NDARC Technical Report No. 3 (1989)
A study was undertaken to examine the effects of methadone, as used in the methadone maintenance program, on human performance skills which are related to those required to drive a motor vehicle with safety.
The tests used for the study were chosen for their relevance to driving as well as for the distinctive properties of the opioids.
Three groups of volunteers from the methadone programs in Sydney were chosen to represent various stages of progress by clients within the program. These were (i) those beginning on the program; (ii) those receiving an increase in dosage of 10 mg methadone; and (iii) those who have been stabilized on a dose of
methadone for a period of at least six months.
The interaction between methadone and two other drugs commonly used by clients on a methadone program were also examined. These were (i) alcohol, to produce a mean blood alcohol concentration at peak of 0.064 g per 100 ml blood; and (ii) a therapeutic dose of the benzodiazepine, diazepam (15 mg).
The mean dose of methadone taken by all of the clients within the study was 70 mg (range 15 to 150 mg). The mean dose for the individual groups was (i) stabilised group, 85 mg (range 40 to 150 mg); (ii) increased dose group, 67 mg (range 40 to 135 mg); and (iii) those beginning the program, 38 mg (range 15 to 60 mg).
Two control groups were employed: a group of ex-users of heroin who were drug-free and a group of non-opioid users.
Volunteers for the control groups and the stabilised methadone group attended the laboratory on four occasions (days). On days 1 and 2, all subjects after practice on the tests, completed the test battery twice, before and after the methadone clients had received their daily dose of methadone. An interval of one hour was allowed after the methadone dose to allow time for absorption. On day 3 all clients from the control groups and the stabilised methadone groups received alcohol and on day 4, diazepam.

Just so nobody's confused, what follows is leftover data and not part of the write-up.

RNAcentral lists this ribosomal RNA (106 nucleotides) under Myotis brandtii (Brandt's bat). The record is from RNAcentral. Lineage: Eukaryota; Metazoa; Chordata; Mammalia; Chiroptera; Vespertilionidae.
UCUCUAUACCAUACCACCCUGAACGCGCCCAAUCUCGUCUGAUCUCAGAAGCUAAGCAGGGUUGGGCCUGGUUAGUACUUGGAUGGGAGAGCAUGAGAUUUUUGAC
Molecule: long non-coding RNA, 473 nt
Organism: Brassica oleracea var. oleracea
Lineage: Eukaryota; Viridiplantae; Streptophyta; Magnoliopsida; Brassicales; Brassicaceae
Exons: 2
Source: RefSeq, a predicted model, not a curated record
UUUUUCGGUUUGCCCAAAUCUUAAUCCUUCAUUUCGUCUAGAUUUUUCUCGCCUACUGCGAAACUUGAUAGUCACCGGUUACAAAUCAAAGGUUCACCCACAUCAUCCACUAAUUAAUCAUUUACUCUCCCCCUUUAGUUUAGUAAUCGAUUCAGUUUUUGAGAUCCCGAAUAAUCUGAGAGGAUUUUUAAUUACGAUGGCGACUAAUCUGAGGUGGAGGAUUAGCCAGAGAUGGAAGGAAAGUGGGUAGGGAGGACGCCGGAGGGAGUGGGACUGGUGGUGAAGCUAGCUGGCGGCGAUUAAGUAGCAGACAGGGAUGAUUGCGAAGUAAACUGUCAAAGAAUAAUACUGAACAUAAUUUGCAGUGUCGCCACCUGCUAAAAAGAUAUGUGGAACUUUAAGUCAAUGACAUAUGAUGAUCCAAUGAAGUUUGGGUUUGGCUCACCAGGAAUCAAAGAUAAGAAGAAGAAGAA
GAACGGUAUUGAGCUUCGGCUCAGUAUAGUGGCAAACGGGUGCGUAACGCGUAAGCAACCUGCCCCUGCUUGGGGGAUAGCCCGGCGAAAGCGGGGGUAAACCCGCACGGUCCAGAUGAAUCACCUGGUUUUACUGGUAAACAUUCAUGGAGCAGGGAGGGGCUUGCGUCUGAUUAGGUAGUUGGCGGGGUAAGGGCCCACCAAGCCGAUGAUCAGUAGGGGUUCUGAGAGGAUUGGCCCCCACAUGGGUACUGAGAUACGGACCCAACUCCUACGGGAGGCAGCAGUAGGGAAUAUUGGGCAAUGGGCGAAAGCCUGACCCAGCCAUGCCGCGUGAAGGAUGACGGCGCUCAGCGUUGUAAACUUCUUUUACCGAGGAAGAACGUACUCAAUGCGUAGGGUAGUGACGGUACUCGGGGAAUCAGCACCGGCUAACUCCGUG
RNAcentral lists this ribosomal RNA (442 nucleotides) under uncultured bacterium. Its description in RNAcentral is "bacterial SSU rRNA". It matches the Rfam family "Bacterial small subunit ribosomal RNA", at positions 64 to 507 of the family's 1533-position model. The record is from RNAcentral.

The test battery proved to be sensitive to the effects of alcohol and diazepam at the doses used.
There was no evidence for an effect of the acute dose of methadone on any of the experimental groups of clients on the methadone program. The insensitivity of these tests of skill performance to the acute effect of methadone on the clients within the methadone maintenance program indicates that these clients should not be considered as impaired in their ability to perform complex tasks such as driving a motor vehicle.
Both alcohol and diazepam produced a significant decrement in the performance on the test battery by the control groups and the stabilised methadone clients. However, there was no difference in the intensity of this effect between the groups. There was no evidence for an interaction between methadone and either alcohol or diazepam in the group of methadone clients stabilised on the program.
The overall scores on the test battery showed a trend to poorer performance by the methadone clients. This difference achieved significance for the stabilised group of methadone clients. However, the differences in overall performance between the methadone groups and the controls were considerably smaller than those produced by the acute doses of alcohol or diazepam.
These differences in overall performance were not attributable to the acute dose of methadone. The possibility that they are related to a chronic effect of methadone was examined. There was a correlation between the methadone dose and the overall performance measure, but this accounted for only 8% of the variance and was not the most important variable associated with this effect.
There was no difference in the performance of those stabilised methadone clients who received less than 80 mg methadone, from those who received 80 mg or more per day. The dose of 80 mg methadone is that considered in the National Methadone Guidelines (1988) as being the threshold dose for what is described as a "high dose".
It is considered that the differences in overall performance between the methadone clients and the controls can be interpreted in a manner which does not involve the pharmacological effects of methadone. It is suggested that factors including unemployment, life-style, social and personality disorders could play a